Sunday, December 19, 2010

Bernstein's music meaning

I watched the first two of Leonard Bernstein's Young People's Concerts. The first is about how music doesn't have any real meaning, that music is only "about" music. Bernstein takes part of Strauss' Don Quixote and comes up with a story about Superman rescuing a wrongly convicted man from prison as an example of how the music could fit a completely different story (though I wonder if rhetorically a better approach would have been to come up with a story that was not obviously the wrong one--and also to not tell the audience beforehand). Then you get the other usual examples such as how a single note doesn't convey anything though adding a second starts a melody and rhythm still without conveying any meaning. And so on.

But the second concert is "What Makes American Music" and immediately I think you can see the problem. If music actually doesn't meaning anything then it can't mean "American". It's impossible to tell whether Bernstein realized this or had another explanation (a shard of pottery might not mean anything but can still be identified as having been created by Greeks or Egyptians). But much of his exploration about the Americanness of American music rests on what has to be called meaning - the "openess" that recalls our West, the "youth" and "vitality" that parallels our young country, the mixing of different styles that comes from our various immigrant traditions, etc.

The second episode also stands out for a current viewer for reasons that clearly nobody then thought about. When Bernstein mentions some countries where our "forefathers" originated and then has kids in the audience shout out their own, well nothing African is ever mentioned. Nor Asia for that matter but it's the jazz that he discusses later that had such a huge impact on American music. I also couldn't help noticing that the orchestra was completely male (a quick search couldn't come up with the first woman in the NY Philharmonic - many firsts but I wanted the first permanent member and didn't feel like spending more than a couple of minutes looking). One oddity is that when Bernstein played some brief bits of music and asked what country they reminded the audience of - one got a roar of "Hungary". I don't know if things were different in 1958 or in NYC or maybe in just the kind of people who would go to such a concert but I don't have the foggiest idea of what Hungarian music might sound like (not counting Bartok or the Galloping Coroners), in fact realized I couldn't even point to Hungary on the map. (I tested it and picked out the Ukraine which is one country over so hey good for an American right?)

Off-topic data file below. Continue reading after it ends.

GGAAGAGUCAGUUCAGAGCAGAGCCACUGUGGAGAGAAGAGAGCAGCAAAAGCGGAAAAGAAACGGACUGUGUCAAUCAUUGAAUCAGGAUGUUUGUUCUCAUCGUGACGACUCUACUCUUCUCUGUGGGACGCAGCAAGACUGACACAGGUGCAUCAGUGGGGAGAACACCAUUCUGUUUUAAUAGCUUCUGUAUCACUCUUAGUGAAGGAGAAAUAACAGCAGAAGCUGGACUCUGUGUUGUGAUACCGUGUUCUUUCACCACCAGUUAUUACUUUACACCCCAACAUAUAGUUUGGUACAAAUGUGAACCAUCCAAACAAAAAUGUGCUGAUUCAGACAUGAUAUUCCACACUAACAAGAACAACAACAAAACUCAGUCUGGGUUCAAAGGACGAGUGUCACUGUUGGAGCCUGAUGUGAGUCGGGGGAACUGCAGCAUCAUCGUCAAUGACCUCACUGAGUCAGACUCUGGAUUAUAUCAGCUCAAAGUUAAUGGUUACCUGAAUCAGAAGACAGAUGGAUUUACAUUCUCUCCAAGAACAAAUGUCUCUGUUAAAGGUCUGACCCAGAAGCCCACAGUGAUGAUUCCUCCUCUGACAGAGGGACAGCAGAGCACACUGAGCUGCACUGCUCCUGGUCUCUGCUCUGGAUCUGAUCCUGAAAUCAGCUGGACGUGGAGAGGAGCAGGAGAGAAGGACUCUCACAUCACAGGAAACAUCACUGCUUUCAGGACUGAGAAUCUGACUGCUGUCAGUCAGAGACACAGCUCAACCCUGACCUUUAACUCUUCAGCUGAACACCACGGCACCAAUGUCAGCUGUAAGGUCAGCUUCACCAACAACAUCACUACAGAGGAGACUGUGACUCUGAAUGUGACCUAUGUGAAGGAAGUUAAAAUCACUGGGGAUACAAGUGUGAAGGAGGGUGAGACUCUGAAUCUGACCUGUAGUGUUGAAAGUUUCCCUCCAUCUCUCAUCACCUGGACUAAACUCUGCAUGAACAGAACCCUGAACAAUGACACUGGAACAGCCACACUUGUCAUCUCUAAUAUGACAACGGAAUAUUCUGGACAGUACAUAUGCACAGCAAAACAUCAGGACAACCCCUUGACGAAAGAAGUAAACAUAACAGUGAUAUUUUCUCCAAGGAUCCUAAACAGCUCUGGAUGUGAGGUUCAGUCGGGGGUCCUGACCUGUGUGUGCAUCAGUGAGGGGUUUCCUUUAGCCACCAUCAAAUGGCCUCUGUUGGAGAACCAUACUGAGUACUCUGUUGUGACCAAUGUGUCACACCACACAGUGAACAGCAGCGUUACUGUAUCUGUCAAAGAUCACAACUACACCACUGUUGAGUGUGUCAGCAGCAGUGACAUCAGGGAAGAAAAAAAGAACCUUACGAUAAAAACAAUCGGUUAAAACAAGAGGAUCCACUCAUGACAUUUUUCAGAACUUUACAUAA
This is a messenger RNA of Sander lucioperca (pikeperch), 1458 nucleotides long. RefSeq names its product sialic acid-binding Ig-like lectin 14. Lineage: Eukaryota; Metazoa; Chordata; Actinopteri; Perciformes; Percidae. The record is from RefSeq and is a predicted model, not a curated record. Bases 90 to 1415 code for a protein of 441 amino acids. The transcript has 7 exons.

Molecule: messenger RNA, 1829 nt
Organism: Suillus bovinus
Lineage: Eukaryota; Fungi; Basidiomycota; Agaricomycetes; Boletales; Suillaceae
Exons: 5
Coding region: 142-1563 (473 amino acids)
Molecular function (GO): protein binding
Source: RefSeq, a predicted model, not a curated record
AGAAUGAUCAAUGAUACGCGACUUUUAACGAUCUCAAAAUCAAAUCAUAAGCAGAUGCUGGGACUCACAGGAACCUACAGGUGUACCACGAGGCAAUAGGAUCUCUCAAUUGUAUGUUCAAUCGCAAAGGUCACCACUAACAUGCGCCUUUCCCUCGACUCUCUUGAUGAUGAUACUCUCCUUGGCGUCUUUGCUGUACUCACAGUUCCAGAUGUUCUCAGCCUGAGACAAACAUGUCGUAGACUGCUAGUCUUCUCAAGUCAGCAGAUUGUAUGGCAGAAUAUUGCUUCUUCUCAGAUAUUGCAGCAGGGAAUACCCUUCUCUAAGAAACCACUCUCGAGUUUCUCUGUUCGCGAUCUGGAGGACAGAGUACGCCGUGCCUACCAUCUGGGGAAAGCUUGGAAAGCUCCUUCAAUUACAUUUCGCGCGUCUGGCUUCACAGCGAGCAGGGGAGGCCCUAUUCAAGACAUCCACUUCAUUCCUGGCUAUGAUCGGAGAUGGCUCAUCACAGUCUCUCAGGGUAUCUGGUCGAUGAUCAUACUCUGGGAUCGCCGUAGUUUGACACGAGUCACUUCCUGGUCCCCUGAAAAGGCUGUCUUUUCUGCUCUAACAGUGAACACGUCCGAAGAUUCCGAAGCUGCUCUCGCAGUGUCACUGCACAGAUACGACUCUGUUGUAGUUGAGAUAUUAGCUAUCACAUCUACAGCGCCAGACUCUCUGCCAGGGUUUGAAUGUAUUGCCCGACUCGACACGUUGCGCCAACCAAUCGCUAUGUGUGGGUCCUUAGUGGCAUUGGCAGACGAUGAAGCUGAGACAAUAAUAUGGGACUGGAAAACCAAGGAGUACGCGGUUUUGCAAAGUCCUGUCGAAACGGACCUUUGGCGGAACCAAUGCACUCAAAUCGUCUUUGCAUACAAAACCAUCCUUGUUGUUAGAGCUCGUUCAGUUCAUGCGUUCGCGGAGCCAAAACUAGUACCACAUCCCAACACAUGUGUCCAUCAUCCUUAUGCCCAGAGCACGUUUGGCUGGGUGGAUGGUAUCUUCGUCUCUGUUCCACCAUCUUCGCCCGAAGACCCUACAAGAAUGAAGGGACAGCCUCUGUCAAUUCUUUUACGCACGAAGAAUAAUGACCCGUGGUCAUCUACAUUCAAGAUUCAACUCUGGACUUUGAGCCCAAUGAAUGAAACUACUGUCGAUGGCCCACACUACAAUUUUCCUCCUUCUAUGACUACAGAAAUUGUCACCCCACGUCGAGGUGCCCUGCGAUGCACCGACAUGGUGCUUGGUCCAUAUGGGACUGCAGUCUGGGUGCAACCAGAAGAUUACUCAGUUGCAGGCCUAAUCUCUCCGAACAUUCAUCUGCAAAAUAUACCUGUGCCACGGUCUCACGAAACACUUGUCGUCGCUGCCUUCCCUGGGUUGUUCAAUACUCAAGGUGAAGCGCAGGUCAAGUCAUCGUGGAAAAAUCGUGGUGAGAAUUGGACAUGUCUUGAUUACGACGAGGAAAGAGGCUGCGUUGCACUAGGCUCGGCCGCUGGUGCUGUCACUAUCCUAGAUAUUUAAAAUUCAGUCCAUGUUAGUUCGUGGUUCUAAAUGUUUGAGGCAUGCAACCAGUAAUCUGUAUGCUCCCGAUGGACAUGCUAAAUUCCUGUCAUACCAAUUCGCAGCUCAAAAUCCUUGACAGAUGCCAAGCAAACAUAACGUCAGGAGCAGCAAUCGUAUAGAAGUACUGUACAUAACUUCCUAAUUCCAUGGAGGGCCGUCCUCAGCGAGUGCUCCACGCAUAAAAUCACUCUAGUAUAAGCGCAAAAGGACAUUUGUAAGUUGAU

Music has always notoriously been the most abstract art and consequently often seen as the most pure. ("All art constantly aspires towards the condition of music.") And I think it really doesn't have meaning in most instances - that music is really just a tool for thinking about music. But it can have a somewhat provisional meaning from repeated uses in certain contexts. How many of us whenever we hear pizzicato strings think of somebody tiptoeing? Or interpret certain kinds of ambiguously tonal music as tense or scary? Use in movies and cartoons (and I'd guess before that in opera, theatre and program music) creates an assigned meaning to certain music even if in practice it may not last. (Bernstein uses the William Tell Overture as an example because it brings to mind the Lone Ranger which was more true in 1958 than today - I haven't seen the show in probably 35 years and that overture really no longer brings up any cowboys for me.) Whether music can create or evoke or recall emotions is an even trickier topic though Bernstein apparently assumes it can. I just think of all the free jazz fans I know who claim that such music is pure, unmediated emotion which to me seems almost completely wrong. You have to learn to interpret say Brotzmann in such a way and to me much of this doesn't seem to have the same emotion than other fans hear (it's usually funny to me while they often think it's angry). And that's not even getting to the Ornette/Braxton branch of free jazz.